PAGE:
Cyber Attacks Amid the COVID-19 Outbreak


We’ve all heard about the ways we can protect ourselves and our loved ones against this deadly infected virus: wear a mask, wash your hands, do not touch your face, practice social distancing, etc.

The risk of this virus outbreak is impacted badly and all of us have to play a role in slowing and eventually stopping its propagation.

However, we also have to realize that, in the tech world since everything and everyone is connected – you have to be as cautious online as you have to be in real life.

What Does It Mean?

Since work from home is in wake of the COVID-19 outbreak in the country, there has been an increase in the number of cyberattacks on personal computer networks and routers.

Cyber criminals are exploiting the COVID-19 outbreak as an opportunity to send phishing emails claiming to have important updates or encouraging donations, impersonating trustworthy organizations.

With the recent mass shift to remote working, cyberattacks massively increased during the past few months. This alarming increase in cyberattacks became a serious concern for IT managers and enterprises and prompted a rethink of their cybersecurity initiatives holistically for fixed and mobile assets.

The cyber attackers are releasing new computing viruses and mobile applications relating to Covid-19 updates and other information exploiting the fear of the coronavirus and causing the victim to fall prey to cyber-attacks. They are misleading the victims by designing phishing websites, emails, and phishing UPI accounts which are leading to Cyber frauds.

The disastrous spread of the Coronavirus has become an opportunity for cybercriminals to spread various cyber attacks like Malware attacks with "Coronavirus Maps" infecting PCs to steal passwords.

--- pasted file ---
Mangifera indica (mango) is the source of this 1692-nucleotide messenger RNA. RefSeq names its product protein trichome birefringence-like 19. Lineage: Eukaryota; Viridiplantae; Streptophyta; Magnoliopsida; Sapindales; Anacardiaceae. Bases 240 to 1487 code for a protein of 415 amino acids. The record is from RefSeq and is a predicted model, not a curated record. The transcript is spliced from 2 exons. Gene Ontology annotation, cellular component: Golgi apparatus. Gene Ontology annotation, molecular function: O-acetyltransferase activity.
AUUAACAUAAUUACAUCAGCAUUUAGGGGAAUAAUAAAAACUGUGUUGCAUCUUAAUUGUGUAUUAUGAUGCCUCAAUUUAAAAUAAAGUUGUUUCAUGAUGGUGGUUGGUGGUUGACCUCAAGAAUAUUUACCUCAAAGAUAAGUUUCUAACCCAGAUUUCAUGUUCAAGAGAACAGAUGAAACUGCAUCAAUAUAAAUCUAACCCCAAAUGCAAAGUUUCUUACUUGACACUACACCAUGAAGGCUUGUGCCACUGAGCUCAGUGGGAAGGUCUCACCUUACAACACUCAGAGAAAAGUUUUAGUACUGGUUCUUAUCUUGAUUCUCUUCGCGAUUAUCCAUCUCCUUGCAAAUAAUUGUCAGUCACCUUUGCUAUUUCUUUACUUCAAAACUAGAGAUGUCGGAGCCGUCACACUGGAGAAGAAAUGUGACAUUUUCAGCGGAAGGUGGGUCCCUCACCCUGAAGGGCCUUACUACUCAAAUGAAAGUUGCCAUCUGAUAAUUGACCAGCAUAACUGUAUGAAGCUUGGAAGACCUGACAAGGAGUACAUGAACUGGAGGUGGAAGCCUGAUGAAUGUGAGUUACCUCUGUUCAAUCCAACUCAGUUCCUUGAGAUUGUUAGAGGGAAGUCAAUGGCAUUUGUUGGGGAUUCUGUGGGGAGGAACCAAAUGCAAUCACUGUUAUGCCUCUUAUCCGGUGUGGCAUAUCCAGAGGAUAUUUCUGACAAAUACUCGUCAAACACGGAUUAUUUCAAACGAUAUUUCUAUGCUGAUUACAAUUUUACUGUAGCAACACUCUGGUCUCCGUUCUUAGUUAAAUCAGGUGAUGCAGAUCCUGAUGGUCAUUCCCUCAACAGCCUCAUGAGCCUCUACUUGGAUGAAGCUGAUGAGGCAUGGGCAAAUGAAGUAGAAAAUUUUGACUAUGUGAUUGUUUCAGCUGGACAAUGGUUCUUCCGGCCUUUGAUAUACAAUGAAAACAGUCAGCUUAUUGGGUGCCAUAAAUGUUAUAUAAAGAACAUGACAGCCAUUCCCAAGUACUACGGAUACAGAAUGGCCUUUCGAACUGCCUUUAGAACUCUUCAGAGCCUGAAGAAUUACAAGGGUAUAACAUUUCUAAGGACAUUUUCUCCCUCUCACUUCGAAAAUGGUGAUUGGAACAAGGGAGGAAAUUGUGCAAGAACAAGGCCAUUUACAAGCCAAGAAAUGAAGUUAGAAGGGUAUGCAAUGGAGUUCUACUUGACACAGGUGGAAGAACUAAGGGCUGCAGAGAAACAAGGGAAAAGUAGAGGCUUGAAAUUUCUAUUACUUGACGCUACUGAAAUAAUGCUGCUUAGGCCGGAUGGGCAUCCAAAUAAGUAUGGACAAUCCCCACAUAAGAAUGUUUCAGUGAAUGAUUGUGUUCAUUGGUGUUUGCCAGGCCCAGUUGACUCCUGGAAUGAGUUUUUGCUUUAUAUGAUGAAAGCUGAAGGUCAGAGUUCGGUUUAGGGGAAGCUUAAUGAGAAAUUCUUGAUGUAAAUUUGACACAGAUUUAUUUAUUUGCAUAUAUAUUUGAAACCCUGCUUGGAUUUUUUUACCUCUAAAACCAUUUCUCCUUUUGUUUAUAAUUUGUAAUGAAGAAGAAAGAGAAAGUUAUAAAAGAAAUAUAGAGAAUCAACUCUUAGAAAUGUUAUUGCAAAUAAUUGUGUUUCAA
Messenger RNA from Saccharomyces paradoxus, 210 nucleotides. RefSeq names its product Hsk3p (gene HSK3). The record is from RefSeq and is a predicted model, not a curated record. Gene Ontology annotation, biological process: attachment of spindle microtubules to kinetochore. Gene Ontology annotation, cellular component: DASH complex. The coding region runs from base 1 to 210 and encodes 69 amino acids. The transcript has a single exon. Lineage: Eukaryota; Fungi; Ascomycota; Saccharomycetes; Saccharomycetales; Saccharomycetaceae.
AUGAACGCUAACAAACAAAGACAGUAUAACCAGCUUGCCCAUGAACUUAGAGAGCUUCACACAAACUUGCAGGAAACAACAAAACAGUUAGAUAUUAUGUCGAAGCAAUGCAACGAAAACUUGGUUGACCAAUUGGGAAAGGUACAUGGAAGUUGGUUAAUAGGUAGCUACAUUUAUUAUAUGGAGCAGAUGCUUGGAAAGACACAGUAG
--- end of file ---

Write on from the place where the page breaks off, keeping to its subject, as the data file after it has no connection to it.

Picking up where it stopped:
By using WHO mail in the name of COVID-19, cybercriminals are spreading malware to control your end devices. They are also making the fake mobile applications in the name of COVID-19 as an authorized application from WHO for spreading phishing and to steal the confidential information.

WHO reported, some of their active WHO email addresses and passwords were leaked online along with the employees working on the novel coronavirus responses. Some of them are collecting charity through UPI by using the name of PM-care, PM relief fund, etc.

WHO asks the public to remain vigilant against fraudulent emails and also recommends the use of reliable sources to obtain factual information about COVID-19 and other health issues.

During this time of increased use of online activity, cybercriminals are actively working to exploit the current COVID-19 story with attacks aimed at taking advantage of the situation. You should be aware of online scams and threats as they are increasing in volume.


Against this backdrop, both employers and employees need to take the utmost care to protect themselves as well as confidential company information. Here are some things for employers and employees to keep in mind to minimize the risk:

For Employees

1. Be Extra Vigilant About Phishing Emails

Cyber criminals love a crisis. Be on the lookout for phishing emails designed to entice you to click on the latest and greatest offer related to coronavirus protections, or with urgent instructions from your boss who is out of the office, all with the intent of getting you to unwittingly download malware onto your device and the company’s systems.

2. Practice Good Cyber Hygiene